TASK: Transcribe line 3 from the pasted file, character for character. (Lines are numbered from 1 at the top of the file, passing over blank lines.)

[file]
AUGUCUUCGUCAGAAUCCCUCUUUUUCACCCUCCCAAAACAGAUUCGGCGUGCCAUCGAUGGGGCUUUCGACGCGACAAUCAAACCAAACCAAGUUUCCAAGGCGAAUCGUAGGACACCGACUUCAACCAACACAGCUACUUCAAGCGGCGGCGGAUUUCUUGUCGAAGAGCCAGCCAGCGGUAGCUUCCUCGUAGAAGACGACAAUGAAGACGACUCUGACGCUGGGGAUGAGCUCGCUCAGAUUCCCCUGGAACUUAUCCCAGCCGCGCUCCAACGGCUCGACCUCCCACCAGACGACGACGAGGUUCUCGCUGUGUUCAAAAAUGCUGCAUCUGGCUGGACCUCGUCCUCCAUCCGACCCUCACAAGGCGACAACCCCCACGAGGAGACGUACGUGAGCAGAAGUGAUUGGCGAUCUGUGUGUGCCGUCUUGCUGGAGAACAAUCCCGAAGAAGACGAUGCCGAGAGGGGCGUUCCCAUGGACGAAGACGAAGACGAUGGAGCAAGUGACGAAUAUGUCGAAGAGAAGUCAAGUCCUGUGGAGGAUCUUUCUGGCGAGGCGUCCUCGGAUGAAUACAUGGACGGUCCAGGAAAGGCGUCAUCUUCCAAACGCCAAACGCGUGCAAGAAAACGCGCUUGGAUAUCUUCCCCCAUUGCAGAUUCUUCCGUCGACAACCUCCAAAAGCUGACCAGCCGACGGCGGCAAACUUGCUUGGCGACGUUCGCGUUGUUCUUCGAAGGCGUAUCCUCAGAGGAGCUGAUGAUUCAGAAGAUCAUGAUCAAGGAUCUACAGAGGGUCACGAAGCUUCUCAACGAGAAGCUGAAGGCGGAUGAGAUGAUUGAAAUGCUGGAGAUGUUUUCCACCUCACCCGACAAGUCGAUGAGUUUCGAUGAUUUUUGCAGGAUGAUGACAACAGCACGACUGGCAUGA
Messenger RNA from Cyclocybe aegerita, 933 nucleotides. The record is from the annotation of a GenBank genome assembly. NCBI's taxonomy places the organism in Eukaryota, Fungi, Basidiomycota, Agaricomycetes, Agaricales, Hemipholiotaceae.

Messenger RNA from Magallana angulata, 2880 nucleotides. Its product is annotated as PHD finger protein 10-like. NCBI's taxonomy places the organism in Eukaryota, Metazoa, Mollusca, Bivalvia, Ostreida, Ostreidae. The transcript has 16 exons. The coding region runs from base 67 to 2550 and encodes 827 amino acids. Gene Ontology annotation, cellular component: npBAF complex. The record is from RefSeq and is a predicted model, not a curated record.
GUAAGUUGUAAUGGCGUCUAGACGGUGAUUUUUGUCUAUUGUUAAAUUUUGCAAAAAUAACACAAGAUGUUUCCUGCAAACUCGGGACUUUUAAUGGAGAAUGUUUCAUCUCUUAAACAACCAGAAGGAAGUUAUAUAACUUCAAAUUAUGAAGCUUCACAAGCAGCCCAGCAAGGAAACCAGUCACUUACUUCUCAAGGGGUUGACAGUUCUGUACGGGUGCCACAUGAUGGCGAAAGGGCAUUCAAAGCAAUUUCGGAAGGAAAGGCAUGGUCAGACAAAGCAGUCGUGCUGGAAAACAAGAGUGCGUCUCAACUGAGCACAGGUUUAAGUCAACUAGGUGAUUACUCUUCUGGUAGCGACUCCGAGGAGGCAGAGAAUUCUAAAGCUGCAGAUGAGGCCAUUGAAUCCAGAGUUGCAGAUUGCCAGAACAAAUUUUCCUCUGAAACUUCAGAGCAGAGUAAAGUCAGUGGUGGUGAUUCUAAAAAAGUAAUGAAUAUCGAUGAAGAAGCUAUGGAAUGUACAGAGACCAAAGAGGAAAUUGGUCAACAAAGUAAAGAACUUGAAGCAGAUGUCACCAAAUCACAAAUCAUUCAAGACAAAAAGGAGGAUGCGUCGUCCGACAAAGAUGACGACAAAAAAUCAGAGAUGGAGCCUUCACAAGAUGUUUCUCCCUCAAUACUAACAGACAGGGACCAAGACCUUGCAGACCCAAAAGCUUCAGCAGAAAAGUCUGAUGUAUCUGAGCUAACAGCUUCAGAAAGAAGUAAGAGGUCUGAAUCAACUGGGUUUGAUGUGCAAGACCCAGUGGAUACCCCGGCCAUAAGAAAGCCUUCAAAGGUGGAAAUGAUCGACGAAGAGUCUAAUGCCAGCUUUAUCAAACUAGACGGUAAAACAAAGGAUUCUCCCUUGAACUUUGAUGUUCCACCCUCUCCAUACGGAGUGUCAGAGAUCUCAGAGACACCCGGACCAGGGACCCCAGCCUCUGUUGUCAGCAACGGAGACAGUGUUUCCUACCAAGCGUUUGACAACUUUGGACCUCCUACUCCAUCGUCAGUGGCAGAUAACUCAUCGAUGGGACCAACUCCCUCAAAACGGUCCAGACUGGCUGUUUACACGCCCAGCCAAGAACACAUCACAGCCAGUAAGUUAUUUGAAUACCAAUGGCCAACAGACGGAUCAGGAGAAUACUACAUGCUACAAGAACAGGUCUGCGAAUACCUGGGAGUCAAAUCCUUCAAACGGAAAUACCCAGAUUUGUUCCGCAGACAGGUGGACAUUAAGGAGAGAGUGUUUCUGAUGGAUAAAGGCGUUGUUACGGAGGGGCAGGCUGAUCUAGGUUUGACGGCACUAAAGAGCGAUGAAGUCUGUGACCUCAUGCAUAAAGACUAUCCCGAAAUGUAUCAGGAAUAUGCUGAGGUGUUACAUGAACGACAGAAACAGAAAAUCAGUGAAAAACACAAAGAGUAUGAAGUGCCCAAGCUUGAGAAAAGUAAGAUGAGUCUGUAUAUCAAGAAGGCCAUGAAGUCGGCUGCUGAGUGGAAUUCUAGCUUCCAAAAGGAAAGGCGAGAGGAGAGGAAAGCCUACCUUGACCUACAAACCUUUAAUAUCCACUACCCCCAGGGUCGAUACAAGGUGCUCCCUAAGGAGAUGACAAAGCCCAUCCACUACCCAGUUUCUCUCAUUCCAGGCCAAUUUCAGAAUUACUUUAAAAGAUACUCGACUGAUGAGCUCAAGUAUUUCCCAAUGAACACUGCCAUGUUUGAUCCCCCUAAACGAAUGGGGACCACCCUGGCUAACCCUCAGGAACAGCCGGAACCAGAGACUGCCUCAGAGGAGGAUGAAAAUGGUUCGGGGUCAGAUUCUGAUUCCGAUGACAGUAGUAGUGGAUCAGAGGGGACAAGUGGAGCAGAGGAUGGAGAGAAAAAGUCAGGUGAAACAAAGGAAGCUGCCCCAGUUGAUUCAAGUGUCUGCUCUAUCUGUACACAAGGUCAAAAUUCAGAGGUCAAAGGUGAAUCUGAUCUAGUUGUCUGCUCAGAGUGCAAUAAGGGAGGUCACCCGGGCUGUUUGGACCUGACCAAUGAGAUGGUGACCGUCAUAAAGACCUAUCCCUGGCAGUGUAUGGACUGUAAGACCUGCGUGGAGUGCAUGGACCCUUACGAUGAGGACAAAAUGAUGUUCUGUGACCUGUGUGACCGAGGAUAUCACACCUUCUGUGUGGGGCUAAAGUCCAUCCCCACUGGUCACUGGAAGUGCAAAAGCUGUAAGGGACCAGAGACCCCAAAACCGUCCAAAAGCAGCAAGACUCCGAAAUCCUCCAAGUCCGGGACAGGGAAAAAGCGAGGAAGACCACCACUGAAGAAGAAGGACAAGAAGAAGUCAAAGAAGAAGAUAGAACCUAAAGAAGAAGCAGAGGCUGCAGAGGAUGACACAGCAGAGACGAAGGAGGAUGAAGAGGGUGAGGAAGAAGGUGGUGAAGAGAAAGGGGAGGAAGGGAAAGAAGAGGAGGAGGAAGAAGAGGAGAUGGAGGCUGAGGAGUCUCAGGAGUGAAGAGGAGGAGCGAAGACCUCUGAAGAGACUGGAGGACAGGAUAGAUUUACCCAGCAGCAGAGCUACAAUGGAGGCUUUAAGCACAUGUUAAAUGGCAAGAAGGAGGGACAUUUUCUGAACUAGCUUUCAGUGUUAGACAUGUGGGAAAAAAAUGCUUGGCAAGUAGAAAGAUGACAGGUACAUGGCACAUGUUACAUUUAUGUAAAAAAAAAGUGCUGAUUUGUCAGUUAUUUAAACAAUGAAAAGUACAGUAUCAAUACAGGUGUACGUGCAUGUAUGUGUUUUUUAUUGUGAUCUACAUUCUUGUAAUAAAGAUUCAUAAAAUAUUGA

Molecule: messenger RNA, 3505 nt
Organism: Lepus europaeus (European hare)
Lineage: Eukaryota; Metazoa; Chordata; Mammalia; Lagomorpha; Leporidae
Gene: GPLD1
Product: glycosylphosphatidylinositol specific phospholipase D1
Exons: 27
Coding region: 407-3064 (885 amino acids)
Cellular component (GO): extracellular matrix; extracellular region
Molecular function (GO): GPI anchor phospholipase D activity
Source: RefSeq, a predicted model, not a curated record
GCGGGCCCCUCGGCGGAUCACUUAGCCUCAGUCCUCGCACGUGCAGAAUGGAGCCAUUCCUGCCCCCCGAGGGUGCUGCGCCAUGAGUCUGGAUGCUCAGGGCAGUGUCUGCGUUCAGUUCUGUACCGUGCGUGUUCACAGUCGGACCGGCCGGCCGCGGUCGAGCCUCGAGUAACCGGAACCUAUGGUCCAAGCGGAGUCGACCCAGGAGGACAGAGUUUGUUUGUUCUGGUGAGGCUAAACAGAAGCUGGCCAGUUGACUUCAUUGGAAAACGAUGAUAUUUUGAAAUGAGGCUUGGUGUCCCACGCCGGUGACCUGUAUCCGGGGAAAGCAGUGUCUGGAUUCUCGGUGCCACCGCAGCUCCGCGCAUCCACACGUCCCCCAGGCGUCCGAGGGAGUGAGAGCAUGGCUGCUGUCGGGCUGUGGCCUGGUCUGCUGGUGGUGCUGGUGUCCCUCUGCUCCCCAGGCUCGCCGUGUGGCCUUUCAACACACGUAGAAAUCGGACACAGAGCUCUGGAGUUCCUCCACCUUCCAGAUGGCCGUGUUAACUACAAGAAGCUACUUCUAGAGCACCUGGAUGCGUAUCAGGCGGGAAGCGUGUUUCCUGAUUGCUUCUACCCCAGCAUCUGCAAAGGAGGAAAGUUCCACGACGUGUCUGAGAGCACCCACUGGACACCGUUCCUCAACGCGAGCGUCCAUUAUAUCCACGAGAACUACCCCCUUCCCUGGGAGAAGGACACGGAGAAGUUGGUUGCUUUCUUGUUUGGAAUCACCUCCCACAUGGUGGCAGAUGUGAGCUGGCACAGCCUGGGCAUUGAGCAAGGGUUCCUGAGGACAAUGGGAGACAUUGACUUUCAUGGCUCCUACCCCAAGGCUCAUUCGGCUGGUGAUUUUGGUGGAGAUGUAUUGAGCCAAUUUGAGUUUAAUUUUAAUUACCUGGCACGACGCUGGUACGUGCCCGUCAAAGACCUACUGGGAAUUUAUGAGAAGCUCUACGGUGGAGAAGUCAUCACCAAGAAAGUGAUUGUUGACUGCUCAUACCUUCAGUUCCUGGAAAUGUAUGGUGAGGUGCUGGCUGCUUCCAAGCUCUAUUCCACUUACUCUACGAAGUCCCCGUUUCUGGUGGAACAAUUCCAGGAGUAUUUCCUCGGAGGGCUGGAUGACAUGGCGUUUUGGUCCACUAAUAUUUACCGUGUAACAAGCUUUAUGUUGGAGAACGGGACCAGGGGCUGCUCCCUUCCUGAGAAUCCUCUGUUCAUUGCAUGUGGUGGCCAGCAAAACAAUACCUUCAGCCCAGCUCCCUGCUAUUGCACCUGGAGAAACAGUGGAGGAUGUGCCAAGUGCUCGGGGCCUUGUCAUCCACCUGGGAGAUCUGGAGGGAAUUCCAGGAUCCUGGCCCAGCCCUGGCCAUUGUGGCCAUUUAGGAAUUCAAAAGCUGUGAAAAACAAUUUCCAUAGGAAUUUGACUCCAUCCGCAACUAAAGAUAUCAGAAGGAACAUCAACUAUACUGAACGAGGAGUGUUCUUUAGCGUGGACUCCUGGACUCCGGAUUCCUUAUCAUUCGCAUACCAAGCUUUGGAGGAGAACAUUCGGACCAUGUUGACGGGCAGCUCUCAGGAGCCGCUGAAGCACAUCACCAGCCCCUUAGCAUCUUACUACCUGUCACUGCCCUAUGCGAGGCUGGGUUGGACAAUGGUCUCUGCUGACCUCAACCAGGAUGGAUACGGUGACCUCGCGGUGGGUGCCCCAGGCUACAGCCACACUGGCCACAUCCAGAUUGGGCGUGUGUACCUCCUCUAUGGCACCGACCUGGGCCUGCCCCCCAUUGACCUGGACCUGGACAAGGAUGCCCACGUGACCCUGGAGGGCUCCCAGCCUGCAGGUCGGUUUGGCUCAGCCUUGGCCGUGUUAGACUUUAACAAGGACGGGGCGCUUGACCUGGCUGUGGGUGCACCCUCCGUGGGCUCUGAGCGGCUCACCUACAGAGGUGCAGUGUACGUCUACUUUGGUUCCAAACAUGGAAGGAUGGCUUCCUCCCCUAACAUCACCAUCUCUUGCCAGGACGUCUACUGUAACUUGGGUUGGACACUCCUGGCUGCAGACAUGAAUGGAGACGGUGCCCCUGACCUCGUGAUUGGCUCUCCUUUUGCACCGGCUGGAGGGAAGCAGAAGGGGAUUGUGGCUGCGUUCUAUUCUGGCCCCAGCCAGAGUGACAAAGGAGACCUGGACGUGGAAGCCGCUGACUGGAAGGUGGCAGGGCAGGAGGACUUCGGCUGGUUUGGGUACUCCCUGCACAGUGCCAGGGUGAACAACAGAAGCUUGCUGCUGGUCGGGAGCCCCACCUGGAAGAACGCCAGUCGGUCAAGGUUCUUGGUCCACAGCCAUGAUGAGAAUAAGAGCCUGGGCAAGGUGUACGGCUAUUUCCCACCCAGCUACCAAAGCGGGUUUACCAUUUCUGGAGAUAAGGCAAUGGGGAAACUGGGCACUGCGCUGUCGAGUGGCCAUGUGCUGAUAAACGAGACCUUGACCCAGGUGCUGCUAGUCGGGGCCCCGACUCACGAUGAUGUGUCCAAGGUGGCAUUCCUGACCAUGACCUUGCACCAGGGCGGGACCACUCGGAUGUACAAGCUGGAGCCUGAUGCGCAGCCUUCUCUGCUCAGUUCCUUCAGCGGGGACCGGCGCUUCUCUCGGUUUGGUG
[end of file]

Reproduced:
Messenger RNA from Magallana angulata, 2880 nucleotides. Its product is annotated as PHD finger protein 10-like. NCBI's taxonomy places the organism in Eukaryota, Metazoa, Mollusca, Bivalvia, Ostreida, Ostreidae. The transcript has 16 exons. The coding region runs from base 67 to 2550 and encodes 827 amino acids. Gene Ontology annotation, cellular component: npBAF complex. The record is from RefSeq and is a predicted model, not a curated record.